Can sauna help against the Coronavirus?

Finland is sauna and sauna is Finland. It is the only Finnish word that has been incorporated into other languages (it was not, of course, going to be the longest word in the world – lentokonesuihku-turbiinimoottoriapumekaanikkoal-iupseerioppilas -, which is also Finnish).

The positive effects of the Finnish sauna (the 90-something degree Celsius sauna, not lower temperature saunas or Turkish baths) are well known: they help strengthen the immune system.

But: can it help against Coronavirus?

Sauna and Finland

The health benefits of having regular saunas are well known. They are: relaxation and elimination of toxins from the body through sweating. Regular use also strengthens the immune system. It is also a kind of “controlled natural fever“, since fever is a mechanism for the body to become more hostile to harmful viruses and bacteria.

There are three types of saunas (traditional wood-fired, smoke and electric), but the end-effect of all of them is the same, and in the end choosing between one type and another has more to do with convenience than anything else.

branches in a sauna
Vasta (or Vihta) for whipping in the sauna. Fuente (CC: by-sa)

Many Finns have a sauna at home, in a room within the bathroom, but many also go to public saunas all over the country.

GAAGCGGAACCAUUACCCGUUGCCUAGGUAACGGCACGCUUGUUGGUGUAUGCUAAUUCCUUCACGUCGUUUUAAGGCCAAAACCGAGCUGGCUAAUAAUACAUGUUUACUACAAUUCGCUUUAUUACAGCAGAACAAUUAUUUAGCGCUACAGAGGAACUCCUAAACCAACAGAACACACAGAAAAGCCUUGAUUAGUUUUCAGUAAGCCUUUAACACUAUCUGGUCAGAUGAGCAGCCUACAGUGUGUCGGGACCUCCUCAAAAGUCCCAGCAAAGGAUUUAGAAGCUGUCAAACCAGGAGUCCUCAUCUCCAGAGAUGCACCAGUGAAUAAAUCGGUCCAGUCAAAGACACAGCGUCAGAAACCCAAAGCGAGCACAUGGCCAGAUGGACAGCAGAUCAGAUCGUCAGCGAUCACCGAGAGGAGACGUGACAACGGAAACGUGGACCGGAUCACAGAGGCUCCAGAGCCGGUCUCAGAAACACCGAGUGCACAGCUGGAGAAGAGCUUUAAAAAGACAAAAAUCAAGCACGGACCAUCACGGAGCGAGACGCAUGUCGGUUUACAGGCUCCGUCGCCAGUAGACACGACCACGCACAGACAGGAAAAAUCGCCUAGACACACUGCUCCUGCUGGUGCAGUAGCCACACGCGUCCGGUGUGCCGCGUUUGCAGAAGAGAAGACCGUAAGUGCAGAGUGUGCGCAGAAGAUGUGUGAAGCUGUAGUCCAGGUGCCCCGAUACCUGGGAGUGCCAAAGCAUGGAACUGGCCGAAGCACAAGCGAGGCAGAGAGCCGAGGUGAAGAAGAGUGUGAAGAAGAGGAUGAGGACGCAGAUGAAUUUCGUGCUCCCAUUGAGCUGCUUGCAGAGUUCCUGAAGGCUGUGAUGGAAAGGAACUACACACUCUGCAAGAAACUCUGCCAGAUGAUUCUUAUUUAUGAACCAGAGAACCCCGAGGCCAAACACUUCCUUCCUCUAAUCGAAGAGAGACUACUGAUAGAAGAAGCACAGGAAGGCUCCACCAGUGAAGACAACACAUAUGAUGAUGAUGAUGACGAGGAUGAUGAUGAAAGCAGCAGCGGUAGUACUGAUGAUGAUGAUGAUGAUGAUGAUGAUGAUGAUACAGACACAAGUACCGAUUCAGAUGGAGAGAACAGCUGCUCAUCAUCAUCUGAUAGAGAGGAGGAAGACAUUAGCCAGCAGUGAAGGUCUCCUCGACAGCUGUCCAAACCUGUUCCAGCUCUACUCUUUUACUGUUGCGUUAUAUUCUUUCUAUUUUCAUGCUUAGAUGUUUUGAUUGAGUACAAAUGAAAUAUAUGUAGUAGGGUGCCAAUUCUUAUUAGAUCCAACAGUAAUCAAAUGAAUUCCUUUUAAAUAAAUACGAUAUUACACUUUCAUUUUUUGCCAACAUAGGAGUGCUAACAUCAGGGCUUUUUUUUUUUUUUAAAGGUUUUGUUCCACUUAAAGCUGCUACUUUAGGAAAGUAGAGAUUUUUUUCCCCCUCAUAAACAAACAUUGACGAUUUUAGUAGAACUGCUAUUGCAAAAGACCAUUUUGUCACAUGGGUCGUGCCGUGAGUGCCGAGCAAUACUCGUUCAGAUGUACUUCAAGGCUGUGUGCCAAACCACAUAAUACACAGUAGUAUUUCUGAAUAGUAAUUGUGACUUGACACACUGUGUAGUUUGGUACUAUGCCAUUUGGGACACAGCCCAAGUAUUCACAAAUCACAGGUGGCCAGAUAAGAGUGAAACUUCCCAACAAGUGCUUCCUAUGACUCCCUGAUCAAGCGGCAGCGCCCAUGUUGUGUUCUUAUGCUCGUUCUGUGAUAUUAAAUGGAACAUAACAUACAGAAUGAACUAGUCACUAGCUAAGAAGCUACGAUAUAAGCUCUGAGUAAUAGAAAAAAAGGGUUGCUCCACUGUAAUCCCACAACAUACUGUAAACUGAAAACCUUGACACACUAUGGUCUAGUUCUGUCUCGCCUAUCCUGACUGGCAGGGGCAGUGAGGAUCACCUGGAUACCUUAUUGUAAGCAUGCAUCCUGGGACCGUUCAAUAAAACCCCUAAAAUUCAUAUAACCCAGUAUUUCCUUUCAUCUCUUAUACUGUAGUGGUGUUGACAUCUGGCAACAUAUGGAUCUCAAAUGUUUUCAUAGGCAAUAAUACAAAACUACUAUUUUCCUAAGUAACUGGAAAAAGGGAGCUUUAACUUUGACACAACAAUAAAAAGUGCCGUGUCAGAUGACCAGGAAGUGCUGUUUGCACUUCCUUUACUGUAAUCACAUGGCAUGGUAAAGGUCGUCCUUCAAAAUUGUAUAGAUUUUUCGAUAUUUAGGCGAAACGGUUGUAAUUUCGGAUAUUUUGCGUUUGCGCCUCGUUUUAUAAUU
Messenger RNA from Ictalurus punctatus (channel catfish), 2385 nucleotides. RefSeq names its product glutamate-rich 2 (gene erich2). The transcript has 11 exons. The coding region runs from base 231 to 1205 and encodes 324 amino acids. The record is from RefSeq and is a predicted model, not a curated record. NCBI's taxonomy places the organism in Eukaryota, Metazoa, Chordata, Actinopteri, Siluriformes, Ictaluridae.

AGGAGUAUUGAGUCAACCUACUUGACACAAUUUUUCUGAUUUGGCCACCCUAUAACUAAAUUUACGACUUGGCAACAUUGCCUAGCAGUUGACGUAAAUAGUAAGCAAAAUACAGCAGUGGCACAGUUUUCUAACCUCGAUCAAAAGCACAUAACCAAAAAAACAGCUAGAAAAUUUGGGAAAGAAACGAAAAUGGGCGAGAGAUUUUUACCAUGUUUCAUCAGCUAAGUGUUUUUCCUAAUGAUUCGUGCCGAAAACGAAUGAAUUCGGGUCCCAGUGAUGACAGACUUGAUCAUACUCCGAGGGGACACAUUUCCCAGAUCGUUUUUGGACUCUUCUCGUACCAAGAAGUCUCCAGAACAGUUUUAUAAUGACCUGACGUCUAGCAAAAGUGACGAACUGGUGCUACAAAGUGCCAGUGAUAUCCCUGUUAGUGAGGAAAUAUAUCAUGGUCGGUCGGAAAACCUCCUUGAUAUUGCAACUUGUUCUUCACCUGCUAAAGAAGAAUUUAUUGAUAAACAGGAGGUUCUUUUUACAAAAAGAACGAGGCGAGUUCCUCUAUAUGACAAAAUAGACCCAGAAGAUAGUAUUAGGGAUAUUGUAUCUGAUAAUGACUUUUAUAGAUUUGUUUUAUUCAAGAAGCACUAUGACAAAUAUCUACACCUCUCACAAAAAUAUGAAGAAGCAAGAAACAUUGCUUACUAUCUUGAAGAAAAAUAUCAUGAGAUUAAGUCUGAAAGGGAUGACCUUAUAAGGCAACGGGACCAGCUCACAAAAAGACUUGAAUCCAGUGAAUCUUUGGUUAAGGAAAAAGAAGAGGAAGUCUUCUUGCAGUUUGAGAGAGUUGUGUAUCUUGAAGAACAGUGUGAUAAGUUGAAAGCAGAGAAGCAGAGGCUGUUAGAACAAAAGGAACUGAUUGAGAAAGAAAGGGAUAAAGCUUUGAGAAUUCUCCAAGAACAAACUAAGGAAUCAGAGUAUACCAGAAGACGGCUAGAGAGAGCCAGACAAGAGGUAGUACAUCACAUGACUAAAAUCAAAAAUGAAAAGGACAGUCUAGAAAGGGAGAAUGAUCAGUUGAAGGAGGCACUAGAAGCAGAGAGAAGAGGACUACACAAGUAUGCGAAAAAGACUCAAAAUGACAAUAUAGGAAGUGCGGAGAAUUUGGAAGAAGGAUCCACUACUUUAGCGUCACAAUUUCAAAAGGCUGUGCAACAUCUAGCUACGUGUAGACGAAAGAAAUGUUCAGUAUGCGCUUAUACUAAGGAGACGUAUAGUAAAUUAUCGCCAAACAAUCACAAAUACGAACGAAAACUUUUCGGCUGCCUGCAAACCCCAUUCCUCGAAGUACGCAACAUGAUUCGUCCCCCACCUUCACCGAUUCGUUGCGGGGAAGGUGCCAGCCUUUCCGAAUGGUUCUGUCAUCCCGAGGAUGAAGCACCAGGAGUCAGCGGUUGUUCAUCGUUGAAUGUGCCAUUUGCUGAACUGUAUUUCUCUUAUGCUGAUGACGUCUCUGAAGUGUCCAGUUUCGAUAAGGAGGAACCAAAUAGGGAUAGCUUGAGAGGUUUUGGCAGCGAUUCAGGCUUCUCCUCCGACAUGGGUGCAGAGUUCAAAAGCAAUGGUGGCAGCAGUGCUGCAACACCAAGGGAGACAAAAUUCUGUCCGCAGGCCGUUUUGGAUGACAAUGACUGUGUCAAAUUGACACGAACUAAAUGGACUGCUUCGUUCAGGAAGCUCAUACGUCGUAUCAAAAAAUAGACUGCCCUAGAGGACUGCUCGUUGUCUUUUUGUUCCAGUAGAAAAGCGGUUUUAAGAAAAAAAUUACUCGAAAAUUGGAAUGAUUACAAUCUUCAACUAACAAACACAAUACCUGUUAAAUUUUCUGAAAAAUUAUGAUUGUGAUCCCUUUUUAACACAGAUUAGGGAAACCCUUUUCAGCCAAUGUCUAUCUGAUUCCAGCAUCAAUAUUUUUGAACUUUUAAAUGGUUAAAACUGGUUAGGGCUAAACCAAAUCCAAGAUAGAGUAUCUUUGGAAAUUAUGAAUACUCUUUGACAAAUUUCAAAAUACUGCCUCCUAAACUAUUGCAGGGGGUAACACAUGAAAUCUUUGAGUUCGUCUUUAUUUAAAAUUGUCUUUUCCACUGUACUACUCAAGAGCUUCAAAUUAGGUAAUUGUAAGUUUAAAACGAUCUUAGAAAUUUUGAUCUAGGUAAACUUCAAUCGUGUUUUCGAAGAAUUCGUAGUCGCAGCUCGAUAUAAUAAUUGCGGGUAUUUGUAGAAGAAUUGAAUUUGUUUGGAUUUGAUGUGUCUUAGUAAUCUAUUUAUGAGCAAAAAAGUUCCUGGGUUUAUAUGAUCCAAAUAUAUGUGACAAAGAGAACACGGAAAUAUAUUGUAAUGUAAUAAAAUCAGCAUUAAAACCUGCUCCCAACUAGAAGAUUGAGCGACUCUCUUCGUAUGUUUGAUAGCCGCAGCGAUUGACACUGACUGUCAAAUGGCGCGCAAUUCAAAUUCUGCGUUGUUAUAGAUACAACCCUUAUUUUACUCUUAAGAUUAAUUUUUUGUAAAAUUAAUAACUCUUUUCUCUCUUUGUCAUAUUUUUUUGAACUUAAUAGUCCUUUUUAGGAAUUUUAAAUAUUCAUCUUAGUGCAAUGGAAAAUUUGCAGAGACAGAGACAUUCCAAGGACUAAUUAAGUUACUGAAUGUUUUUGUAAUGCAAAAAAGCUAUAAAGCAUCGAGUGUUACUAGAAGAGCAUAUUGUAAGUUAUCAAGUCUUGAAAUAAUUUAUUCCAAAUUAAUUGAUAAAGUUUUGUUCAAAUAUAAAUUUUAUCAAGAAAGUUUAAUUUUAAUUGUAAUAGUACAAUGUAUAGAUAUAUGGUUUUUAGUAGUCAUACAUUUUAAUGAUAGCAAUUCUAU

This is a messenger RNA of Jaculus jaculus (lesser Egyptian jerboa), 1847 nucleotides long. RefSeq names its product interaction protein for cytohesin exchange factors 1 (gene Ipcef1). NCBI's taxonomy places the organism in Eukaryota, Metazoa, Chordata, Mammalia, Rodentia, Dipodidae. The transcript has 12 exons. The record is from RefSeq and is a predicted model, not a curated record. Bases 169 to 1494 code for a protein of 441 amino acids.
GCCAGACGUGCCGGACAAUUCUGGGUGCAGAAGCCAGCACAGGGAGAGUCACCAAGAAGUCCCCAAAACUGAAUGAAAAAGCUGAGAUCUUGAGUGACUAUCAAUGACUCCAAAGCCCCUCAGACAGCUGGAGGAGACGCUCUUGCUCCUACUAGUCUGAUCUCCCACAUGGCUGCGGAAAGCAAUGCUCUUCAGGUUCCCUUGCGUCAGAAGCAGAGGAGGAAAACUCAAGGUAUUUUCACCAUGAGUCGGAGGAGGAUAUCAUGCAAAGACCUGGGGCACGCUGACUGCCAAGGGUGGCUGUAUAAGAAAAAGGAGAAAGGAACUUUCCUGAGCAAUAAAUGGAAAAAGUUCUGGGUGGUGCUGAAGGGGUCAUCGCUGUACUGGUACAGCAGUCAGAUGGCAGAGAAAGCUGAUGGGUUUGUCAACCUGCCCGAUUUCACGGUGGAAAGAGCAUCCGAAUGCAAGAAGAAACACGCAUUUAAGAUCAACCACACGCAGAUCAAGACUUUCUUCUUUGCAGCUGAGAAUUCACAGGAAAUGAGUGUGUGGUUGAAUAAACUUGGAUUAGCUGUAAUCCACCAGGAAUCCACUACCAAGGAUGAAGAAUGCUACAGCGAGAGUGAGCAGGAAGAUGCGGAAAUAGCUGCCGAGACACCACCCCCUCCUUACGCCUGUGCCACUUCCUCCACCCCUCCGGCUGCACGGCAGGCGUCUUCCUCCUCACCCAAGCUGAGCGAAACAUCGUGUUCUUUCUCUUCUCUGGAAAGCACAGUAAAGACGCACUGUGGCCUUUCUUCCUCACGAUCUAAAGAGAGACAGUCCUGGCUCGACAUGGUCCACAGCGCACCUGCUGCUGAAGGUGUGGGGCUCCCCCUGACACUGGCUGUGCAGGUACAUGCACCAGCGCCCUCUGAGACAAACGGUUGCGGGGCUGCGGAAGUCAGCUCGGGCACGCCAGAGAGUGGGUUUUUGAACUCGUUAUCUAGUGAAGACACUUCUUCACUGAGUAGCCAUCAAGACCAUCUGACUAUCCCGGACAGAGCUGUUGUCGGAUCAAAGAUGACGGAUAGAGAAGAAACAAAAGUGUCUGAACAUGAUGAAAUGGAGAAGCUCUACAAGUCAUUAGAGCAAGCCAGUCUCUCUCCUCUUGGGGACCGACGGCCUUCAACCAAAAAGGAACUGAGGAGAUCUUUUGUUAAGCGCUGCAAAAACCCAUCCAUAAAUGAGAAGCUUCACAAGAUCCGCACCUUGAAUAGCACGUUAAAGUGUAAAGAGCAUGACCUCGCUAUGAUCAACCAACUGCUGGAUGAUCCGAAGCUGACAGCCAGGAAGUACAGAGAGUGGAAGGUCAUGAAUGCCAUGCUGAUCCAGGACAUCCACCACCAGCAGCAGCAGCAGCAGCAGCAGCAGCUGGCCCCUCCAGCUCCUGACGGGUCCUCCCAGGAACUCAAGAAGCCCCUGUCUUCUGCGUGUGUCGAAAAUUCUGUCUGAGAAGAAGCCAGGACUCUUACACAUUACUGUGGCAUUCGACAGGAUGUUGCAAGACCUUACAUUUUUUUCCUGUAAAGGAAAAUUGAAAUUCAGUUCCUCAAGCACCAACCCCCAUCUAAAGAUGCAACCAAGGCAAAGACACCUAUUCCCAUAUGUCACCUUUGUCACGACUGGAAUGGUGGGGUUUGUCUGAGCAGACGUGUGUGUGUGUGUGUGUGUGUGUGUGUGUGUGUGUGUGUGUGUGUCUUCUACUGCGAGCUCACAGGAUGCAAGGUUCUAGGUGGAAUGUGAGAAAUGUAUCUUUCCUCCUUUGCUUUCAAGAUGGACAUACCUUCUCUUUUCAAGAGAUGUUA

I do take my sauna/two saunas a week and I wouldn’t miss them.

Does the sauna work against Coronavirus?

Let’s just get this out of the way: prevention comes always first. Taking regular saunas will help you build up the immune system, but against Coronavirus it is also recommended to limit contact with people as much as you can and to wash your hands often.

That’s where the 20-seconds-rule for washing the hand comes in, which is how long it takes to sing twice “Happy Birthday” in your head. As I find it unsophisticated, I recommend washing the hands it with the chorus of “Never Gonna Give You Up” by Rick Astley. Even out loud, what the hell.

But let’s get down to business: the new Coronavirus seems to be sensitive to high temperatures and humidity, and the sauna has plenty of that.

The Coronavirus is transmitted by saliva droplets when people cough and sneeze – and even when people talk. Not only by being next to someone but if those droplets fall on a surface, the virus can live there for several days. If you touch these surfaces and then touch your face (nose, mouth, eyes…) with your hands there is a possibility of contagion.

One of the health recommendations of the sauna has always been to never go when one is already suffering from an illness, and I have to agree with that recommendation. In other words: a sauna will not cure someone who already has the Coronavirus. The air that reaches the lungs – where the COVID-19 resides – is already colder and will not help killing the virus. Michael Osterholm, expert in contagious diseases and epidemiology, tells us more in this interview with the great Joe Rogan. He talks about sauna and Corona in around the 21st minute of the interview.

Public sauna in Helsinki
A public sauna in Helsinki. Source (CC: by-sa)

However, sauna is always beneficial as it helps eliminate toxins and strengthens the body by creating a controlled fever. But, again, don’t go if you think you might be infected, just to be safe.

And you, does it help you to have saunas during the year to improve health?